Å@Four TeV blazars, Mrk 421, Mrk 501, PKS 2155-304, and 1ES 2344+514, have been studied with the X-ray satellites ASCA and RXTE. Because spectral energy distributions of TeV blazars cover all observable bands, and their fluxes vary rapidly, we conducted a number of multi-frequency campaigns. In particular, our observations of Mrk 421 and Mrk 501 in both X-ray and TeV γ-ray bands provide the first truly simultaneous data sets in various phases of source activity. The overall ν Lν spectra of TeV blazars show two broad pronounced peaks in the spectral energy distribution; one is located between the radio and X-ray bands, and another in the γ-ray regime. We found that variability in the X-ray and TeV bands is well correlated on time scale of a day to years. The amplitude of flux variation was comparable in both enengy bands for Mrk 421 ([X-ray flux] ∝ [TeV flux]), while quadratic for Mrk 501 ([X-ray flux]2 ∝ [TeV flux]). The data considered here support the currently popular models where the low energy peak is produced via the synchrotron process, and the high energy peak is produced by Comptonization of the synchrotron photons by the same electrons that produced the synchrotron photons (the SSC model). The physical parameters relevant for the emission were successfully constrained from the observational properties of each TeV blazar.
Analysis of the X-ray data indicated five principal results. First, we detected the peak of the synchrotron component for all TeV blazars. We found that the position of the synchrotron peak shifted from lower to higher energy when the source became brighter. This correlation is best studied for Mrk 421 and Mrk 501. The relationship between the peak energy and luminosity showed quite different behavior in the two sources. Data for Mrk 421 indicated very little change in the peak position (0.5-2 keV), while Mrk 501 revealed the lagest shift ever observed in blazars (1-100 keV). Second, seven day uninterrupted observation of Mrk 421 revealed day-by-day flares, which were strongly correlated from the UV to the hard X-ray bands. We found that the characteristic time scales of individual flare events are similar for all TeV blazars (~ 1 day), but are slightly different in each object. Below this time scale, rapid variability appears strongly suppressed, indicating `strong red-noise' type behavior (∝ f-2 ~ f-3 in the Power Spectrum Density). Third, from the analysis of light curves of the blazar Mrk 421, we found the presence of `hard-lag' flares, where soft X-ray variations precede those in the hard X-rays. More remarkably, time-lags in various X-ray energy bands changed flare by flare, and hence the paradigm of `soft-lag' does not always apply. Fourth, we detected the general trend that the amplitude of variation becomes larger at increasing photon energy. A few exceptions were found in which variation in the lower energy X-ray band is larger or comparable to that in the higher energy band. Fifth, time profiles of each flare event were almost symmetric, meaning that they are characterized by nearly equal rise-time and decay-time. From the detailed temporal analysis, we discovered that the symmetry of the time profiles tends to break down at lower energies.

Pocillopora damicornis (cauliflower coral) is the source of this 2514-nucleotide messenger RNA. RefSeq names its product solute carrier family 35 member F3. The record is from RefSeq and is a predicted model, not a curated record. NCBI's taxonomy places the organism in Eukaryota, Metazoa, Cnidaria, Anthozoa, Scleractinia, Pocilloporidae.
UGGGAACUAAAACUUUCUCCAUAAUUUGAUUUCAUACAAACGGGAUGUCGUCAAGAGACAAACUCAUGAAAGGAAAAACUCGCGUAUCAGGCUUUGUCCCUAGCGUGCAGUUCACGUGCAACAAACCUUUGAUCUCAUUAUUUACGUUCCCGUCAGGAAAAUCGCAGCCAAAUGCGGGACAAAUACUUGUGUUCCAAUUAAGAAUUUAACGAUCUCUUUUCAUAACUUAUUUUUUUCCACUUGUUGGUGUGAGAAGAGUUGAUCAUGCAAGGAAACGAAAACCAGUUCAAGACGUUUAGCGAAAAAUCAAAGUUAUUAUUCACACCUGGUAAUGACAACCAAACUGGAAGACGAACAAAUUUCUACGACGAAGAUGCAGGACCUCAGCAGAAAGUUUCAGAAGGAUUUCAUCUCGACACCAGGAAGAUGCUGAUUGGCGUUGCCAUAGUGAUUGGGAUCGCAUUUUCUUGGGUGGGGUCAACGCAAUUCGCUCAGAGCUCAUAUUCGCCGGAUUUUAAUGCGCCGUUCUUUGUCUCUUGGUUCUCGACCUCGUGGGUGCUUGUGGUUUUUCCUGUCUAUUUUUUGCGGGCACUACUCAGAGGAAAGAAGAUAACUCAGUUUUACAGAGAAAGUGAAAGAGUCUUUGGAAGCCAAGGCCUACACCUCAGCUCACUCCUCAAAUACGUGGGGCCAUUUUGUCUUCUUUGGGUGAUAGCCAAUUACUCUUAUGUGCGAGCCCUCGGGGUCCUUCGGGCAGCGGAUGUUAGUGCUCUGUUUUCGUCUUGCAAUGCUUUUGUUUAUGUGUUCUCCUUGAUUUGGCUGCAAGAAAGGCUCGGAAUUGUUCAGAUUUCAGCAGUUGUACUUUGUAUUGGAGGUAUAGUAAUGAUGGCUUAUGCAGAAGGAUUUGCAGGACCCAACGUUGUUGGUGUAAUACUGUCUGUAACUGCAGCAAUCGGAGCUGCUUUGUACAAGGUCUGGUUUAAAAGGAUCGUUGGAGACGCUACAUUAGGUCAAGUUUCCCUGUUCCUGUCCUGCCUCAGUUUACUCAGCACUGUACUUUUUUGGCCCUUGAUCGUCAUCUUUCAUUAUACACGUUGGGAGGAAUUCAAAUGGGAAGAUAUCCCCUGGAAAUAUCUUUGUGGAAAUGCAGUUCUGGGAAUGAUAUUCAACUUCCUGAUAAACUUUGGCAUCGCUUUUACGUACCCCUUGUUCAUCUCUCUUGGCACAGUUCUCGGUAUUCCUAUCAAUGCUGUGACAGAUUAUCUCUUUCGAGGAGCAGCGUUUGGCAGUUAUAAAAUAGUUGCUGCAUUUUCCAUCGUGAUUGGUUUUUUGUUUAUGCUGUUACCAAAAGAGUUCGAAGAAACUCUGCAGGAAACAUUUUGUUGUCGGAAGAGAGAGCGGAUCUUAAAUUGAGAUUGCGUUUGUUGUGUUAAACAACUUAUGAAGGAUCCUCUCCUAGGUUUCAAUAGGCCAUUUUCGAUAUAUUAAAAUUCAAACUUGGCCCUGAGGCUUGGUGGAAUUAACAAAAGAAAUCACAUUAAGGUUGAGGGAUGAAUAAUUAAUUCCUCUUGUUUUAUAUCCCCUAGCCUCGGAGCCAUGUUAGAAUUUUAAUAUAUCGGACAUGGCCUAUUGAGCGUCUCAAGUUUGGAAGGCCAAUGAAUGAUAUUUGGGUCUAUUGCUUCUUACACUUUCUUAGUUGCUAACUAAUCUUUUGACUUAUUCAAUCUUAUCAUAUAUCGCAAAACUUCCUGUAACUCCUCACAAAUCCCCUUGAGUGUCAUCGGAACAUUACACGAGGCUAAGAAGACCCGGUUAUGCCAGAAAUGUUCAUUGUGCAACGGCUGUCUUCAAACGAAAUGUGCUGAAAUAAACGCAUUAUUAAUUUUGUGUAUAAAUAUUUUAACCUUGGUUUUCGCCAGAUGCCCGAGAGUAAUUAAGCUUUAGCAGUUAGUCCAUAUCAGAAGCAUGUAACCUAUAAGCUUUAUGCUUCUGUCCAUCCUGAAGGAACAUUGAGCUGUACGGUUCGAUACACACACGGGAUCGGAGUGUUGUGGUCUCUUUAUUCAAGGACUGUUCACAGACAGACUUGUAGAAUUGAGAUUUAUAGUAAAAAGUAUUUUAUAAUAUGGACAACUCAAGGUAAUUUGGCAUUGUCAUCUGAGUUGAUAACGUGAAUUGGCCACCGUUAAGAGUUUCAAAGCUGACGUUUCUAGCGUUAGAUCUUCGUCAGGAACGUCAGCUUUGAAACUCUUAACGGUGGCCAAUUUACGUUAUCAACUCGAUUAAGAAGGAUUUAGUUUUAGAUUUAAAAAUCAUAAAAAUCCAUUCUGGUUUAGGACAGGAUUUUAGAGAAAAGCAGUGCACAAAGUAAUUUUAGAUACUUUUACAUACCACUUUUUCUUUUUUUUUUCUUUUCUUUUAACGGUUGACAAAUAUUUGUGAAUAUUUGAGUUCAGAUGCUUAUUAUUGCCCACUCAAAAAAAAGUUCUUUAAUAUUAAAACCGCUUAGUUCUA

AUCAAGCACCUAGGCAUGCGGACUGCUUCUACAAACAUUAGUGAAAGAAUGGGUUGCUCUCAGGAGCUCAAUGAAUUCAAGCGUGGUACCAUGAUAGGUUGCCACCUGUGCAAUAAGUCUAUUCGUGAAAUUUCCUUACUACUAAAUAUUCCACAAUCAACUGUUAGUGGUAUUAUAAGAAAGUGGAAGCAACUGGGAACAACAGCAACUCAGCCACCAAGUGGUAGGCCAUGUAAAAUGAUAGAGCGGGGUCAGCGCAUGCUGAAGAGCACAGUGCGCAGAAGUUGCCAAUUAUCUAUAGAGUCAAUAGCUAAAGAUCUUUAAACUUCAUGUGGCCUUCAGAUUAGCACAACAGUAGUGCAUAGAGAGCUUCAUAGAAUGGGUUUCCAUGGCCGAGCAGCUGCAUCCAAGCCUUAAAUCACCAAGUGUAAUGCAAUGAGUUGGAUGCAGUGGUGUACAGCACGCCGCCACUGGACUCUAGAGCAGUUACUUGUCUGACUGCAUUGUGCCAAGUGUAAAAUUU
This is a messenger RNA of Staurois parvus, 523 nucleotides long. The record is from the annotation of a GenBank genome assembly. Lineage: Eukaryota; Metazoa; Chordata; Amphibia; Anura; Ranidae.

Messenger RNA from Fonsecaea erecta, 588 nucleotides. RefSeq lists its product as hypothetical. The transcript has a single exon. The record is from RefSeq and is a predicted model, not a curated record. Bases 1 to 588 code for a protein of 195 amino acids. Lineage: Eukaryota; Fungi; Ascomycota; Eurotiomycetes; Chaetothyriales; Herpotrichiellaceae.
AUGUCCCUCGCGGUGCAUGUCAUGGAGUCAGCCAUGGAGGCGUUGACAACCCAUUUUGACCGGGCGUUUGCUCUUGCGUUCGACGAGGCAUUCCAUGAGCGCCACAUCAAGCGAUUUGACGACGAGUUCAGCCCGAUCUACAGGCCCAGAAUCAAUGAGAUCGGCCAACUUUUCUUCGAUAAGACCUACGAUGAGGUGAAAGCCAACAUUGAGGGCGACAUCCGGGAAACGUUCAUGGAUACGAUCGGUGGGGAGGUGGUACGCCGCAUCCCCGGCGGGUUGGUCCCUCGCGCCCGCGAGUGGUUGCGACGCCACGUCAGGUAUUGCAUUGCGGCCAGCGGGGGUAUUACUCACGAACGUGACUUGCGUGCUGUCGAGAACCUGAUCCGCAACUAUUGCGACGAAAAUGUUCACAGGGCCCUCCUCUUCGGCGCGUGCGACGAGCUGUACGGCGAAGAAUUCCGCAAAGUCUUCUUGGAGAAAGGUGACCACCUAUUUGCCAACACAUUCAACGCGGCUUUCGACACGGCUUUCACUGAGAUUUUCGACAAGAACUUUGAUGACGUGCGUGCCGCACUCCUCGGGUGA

Clear correlations of synchrotron peak energy with peak luminosity, found in Mrk 421 and Mrk 501, suggest that flaring behavior is repeatable and reproduced in these objects. However, very different spectral evolution of Mrk 421 and Mrk 501 probably indicates some differences in the electron acceleration mechanism at work during the flares. Our result strongly supports the idea that the variability of TeV blazars is most probably due to the changes in the injected electron number and/or maximum Lorentz factor (γmax). Data for Mrk 421 indicate that the flux variability is associated with an increase in the number of electrons, while only small changes are implied for γmax. On the other hand, the flare of Mrk 501 is mostly due to the large changes in γmax while keeping the electron number almost conservative. Interestingly, our X-ray data and interpretation suggest that the origin of the flares may be associated with what is expected from the VLBI observations of superluminal motion.
From the X-ray study of TeV blazars, we suggest that at least four dynamical time scales must be taken into account to understand the observed time variabilities. These are (1) electron accerelation time, tacc, (2) electron cooling time, tcool, (3) source light travel time, tcrs and (4) electron injection time, tinj. We show that all the variability patterns in blazars are well understood by the balance of those time scales. To confirm our knowledge of spectral evolution and rapid variability in blazars more quantitatively, we have developed a new time-dependent SSC code, incorporating the radiative cooling and acceleration process, as well as light travel time effects properly. That is because we deemed the popular SSC model based on steady state emission as inadequate for our case, given the detection of the rapid flux and spectral time variability in blazars. By using the code developed by us, we simulated various types of flares for TeV blazars. We confirmed that `soft-lag' will be expected when the acceleration time of electrons is much shorter than cooling time, while `hard-lag' can be observed when the acceleration time is nearly equal to the cooling time, which is only expected around γmax.